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What we’ve learned from fifty years of Saudi arms deals

Arms deals with Saudi Arabia say a lot about British political culture and foreign policy. And not in a good way.

Googling Google – what tax do they owe?

Exact figures are hard to pin down, intentionally so. But it appears George Osborne celebrated a tax contribution from Google that was less than a tenth of what should have been owed.

A different Europe or bust

As David Cameron’s renegotiation nears its uneventful conclusion, the big picture of what kind of Europe we want to live in is in danger of being lost. What can we do to change it?

What is the future for public service broadcasting in Scotland?

With the UK facing an identity crisis how will the new BBC Charter meet Scottish demands for greater autonomy and what will that mean for Scotland and for Britain?

Can memorialisation be a form of urban protest?

Perhaps the arch footpath of the demolished Heygate estate should be preserved, a reminder of the London that was.

Children in trouble: punishment or welfare?

BBC Panorama exposed abuse at Medway Secure Training Centre — and a government policy that has gone off the rails.

Say no to Roosh V on Saturday, for the sake of, well, everyone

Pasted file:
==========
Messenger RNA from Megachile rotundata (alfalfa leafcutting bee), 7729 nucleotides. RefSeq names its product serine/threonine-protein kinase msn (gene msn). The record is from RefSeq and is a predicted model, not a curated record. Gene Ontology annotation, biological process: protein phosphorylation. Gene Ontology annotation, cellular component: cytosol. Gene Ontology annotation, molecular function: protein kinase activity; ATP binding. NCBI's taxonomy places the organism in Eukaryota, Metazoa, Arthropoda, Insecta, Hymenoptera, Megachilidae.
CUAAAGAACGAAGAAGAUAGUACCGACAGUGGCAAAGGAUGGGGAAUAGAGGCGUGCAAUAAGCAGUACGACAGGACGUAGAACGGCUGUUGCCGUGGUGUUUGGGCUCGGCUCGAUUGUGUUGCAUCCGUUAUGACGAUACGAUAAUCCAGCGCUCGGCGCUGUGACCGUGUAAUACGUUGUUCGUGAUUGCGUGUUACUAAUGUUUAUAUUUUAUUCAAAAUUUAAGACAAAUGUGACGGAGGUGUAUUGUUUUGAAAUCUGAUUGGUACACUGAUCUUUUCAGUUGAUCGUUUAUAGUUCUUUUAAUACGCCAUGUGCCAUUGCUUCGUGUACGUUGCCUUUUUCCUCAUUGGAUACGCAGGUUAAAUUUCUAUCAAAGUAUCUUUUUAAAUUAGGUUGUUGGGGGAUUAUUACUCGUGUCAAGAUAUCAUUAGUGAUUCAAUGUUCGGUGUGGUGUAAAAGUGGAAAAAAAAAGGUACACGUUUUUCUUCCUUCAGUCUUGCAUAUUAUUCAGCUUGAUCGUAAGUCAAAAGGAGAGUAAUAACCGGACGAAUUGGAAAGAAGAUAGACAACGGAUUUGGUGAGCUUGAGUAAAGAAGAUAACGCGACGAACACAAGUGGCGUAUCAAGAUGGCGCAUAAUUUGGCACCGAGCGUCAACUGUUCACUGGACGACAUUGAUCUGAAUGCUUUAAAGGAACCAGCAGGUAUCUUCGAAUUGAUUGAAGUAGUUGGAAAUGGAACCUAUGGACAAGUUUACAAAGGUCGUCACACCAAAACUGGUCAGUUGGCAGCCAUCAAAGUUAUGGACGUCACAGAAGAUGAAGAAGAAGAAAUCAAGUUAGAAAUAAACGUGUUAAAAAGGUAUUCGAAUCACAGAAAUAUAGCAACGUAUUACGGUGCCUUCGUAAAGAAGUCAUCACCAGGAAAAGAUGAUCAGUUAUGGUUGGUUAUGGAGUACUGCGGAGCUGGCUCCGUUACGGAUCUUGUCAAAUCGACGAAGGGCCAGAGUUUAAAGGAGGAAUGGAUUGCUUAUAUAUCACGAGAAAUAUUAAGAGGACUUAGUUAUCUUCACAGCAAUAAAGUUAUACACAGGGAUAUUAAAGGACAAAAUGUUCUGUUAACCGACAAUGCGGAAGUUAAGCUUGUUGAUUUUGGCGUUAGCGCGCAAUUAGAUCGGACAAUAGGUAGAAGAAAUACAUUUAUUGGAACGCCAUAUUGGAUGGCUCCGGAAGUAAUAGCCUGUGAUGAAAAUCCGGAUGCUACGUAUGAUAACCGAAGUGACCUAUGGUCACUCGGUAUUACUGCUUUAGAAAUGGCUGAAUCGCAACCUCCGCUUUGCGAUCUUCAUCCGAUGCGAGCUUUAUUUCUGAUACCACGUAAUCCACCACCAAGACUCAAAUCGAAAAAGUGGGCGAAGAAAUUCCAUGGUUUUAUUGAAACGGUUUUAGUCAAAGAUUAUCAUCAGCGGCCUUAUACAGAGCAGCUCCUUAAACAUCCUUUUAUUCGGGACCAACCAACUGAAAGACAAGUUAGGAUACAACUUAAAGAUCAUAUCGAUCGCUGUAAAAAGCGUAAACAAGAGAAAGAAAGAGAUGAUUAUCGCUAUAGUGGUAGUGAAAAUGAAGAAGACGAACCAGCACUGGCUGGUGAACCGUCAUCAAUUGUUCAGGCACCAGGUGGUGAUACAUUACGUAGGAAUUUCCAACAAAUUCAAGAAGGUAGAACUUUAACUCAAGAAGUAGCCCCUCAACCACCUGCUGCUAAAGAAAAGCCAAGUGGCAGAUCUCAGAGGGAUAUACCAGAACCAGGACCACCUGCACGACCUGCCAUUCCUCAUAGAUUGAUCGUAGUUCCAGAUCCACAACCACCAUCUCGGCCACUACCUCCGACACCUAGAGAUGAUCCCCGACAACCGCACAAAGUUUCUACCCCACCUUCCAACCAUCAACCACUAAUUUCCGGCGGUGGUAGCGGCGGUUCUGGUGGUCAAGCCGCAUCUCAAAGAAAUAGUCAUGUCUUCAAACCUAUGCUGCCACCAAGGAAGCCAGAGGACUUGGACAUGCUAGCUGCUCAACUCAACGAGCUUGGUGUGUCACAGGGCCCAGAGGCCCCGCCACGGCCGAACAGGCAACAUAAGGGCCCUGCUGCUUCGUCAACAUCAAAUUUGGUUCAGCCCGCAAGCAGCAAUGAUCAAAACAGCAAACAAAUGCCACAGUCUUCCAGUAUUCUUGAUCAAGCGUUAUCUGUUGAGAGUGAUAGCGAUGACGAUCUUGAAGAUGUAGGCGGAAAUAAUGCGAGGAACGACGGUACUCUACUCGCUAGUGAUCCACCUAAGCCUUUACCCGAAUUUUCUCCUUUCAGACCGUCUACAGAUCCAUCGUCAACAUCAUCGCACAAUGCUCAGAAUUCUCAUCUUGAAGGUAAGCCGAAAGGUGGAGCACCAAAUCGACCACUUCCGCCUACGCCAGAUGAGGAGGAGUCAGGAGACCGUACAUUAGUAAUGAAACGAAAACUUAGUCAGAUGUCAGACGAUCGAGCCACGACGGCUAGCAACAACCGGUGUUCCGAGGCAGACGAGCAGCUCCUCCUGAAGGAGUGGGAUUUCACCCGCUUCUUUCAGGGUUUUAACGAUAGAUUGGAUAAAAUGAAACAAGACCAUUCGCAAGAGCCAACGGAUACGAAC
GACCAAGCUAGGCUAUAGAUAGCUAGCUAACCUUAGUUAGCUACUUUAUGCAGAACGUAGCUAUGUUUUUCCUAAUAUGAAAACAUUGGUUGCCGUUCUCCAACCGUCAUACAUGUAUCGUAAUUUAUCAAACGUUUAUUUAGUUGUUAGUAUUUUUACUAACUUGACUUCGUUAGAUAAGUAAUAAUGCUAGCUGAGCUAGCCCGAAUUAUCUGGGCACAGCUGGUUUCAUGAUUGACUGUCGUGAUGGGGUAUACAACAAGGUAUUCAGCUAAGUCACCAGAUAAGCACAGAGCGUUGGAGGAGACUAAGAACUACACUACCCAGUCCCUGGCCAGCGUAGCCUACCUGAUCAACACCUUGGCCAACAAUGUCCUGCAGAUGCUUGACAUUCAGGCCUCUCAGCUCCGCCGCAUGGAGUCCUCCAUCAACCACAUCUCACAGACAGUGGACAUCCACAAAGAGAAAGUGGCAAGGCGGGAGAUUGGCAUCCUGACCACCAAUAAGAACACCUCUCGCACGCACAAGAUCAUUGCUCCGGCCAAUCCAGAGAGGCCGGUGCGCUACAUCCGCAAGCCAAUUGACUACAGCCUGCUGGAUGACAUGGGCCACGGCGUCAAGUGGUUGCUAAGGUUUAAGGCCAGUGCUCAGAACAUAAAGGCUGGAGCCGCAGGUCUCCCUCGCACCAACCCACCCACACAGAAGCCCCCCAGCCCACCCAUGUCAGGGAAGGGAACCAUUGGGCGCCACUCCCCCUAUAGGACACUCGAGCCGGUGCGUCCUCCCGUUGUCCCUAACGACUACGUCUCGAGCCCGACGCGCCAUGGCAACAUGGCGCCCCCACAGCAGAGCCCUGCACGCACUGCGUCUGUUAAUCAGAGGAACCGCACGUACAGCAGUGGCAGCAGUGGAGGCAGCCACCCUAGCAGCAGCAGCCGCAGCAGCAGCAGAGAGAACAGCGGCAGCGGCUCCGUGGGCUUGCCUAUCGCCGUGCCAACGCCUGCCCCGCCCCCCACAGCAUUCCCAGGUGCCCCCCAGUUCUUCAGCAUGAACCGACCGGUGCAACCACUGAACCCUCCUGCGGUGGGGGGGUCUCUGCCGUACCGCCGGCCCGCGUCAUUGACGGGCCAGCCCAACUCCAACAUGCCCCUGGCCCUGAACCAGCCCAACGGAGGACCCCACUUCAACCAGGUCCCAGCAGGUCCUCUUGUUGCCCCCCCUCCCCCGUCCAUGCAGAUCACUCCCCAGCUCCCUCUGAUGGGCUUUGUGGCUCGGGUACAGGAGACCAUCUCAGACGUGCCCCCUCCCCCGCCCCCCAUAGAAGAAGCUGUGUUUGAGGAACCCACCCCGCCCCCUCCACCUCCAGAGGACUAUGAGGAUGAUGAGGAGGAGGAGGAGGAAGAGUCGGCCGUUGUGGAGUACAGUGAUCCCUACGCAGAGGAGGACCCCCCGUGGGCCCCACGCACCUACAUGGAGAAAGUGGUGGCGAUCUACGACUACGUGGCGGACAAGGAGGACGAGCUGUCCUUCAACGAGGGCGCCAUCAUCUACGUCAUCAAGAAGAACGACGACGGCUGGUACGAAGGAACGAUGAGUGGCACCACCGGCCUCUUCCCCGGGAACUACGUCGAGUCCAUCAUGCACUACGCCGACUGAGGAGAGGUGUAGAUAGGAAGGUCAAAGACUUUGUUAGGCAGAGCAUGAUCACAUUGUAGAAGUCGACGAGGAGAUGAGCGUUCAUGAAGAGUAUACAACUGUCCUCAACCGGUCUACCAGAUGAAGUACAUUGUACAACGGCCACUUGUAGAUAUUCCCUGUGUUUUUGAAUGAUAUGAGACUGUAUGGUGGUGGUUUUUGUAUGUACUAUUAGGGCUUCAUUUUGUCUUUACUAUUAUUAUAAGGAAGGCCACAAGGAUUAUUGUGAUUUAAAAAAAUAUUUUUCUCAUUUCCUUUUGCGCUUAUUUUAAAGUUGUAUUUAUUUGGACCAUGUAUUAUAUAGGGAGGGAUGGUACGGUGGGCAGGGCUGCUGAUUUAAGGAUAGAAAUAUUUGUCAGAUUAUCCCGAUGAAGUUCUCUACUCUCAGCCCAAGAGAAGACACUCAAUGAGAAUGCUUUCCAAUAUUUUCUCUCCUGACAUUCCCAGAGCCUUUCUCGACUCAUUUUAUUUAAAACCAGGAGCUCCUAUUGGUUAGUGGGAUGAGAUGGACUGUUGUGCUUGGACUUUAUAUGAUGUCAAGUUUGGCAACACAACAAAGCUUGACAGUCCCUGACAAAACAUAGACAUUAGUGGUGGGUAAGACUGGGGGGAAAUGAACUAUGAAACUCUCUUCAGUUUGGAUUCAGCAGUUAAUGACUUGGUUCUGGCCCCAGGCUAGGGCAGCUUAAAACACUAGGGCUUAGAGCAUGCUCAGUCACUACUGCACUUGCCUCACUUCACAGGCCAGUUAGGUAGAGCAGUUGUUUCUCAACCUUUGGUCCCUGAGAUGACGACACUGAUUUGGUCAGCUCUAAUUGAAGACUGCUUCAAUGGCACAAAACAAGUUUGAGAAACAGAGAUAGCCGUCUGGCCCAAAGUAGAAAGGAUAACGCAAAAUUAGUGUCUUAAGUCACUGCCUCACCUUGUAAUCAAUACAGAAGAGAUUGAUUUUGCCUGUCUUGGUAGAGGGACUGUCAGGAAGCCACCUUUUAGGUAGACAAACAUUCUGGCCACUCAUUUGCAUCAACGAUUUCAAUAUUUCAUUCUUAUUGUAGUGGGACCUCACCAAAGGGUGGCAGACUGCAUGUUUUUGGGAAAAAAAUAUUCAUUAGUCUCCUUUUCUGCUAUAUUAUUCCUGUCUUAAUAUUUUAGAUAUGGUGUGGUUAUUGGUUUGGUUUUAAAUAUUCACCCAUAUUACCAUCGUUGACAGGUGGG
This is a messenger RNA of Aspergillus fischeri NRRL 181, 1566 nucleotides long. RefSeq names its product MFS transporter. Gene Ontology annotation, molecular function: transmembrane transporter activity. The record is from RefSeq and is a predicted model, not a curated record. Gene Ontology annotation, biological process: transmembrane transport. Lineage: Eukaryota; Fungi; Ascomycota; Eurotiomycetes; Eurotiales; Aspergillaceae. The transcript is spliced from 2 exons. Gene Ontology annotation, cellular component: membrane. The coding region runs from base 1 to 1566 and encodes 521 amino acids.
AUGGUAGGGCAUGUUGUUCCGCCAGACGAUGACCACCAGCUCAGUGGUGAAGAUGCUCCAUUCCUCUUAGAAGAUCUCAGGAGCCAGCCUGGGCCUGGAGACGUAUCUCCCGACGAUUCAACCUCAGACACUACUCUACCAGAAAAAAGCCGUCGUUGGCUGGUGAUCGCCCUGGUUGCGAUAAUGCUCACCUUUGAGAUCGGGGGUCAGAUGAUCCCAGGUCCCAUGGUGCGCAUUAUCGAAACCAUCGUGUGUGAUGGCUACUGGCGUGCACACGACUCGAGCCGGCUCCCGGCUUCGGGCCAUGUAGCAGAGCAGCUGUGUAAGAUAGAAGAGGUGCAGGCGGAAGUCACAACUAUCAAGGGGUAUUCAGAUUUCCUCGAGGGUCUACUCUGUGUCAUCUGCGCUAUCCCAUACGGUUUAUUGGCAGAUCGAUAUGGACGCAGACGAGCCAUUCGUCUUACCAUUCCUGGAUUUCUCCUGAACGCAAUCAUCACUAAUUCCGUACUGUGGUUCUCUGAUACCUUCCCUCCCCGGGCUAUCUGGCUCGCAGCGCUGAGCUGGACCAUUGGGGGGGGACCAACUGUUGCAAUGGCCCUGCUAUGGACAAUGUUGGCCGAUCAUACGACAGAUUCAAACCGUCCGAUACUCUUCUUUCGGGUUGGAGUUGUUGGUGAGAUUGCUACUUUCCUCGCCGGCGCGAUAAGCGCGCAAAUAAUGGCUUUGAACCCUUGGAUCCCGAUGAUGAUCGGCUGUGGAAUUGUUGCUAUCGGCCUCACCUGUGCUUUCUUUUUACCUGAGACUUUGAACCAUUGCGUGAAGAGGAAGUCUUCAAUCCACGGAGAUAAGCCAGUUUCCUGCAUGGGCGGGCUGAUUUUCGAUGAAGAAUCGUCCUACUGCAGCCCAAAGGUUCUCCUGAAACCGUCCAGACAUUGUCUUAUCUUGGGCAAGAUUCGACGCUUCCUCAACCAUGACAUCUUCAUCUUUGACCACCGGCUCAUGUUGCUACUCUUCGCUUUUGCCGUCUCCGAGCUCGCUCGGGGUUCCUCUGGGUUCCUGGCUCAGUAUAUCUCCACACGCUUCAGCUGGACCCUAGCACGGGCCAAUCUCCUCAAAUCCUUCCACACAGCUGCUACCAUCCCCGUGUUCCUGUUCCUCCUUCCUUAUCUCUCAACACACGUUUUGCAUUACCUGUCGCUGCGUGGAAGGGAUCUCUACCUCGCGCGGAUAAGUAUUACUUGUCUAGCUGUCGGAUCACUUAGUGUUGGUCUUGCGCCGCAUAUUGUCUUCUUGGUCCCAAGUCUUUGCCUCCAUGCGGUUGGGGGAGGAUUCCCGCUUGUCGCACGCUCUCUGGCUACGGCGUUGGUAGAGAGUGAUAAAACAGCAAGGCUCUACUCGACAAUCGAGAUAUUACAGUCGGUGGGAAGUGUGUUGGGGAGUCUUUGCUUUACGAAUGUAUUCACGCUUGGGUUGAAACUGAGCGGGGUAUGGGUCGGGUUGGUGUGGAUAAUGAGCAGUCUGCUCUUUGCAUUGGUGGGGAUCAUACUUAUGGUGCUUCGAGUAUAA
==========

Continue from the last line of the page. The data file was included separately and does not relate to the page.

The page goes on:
The pro-rape 'pick up artist' organising gatherings around the world should be met with a plethora of protests.

After Brexit: the Eurosceptic vision of an Anglosphere future

Eurosceptics fantasies about an alliance of the Anglosphere may be implausible, but they show the need for a positive vision.

With months until key elections, thousands have been purged from Britain's electoral register

The government ignored Electoral Commission advice to delay its voter registration system change, and thousands risk being denied a vote.

The growing gap between private and public in European broadcasting

We’re told the BBC is ‘too big’. Yet Britain is part of a Europe-wide trend where funding for public service is shrinking, while commercial revenue grows.

Red doors for asylum seekers: MPs grill one of Britain’s richest landlords

“An unseemly and unsavoury” business? Stuart Monk of Jomast fails to impress.

Is culture really what makes Britain great? And does Dominic Sandbrook understand it?

Sandbrook's new book takes a narrow version of British culture which fetishises Tory England and ignores all else.

The BBC must lead the effort against religious illiteracy

Religion continues to shape our world but most media fail to take it seriously. Public service broadcasters must confront this head-on, says the BBC’s Head of Religion. 

Is Downton Abbey the best we can do?

Downton Abbey’s blend of nostalgia and wishful-thinking has been entertaining, but it raises questions about class that have yet to be resolved even now.

NHS campaigners say 'No' to NHS Commission

Campaigners oppose Alan Milburn and Norman Lamb's latest wheeze, and MPs must too.

'Overground will be run by TfL' – oh really?

The big announcement that south London rail services will be brought under Transport for London fails to mention one thing – the service will actually be operated by foreign firms, for profit.

Marked out for attack: living in the UK 'asylum market'

Private companies took public money to house asylum seekers behind distinctive red doors and make them wear bright shiny wristbands.

A Kafkaesque journey through the Freedom of Information Act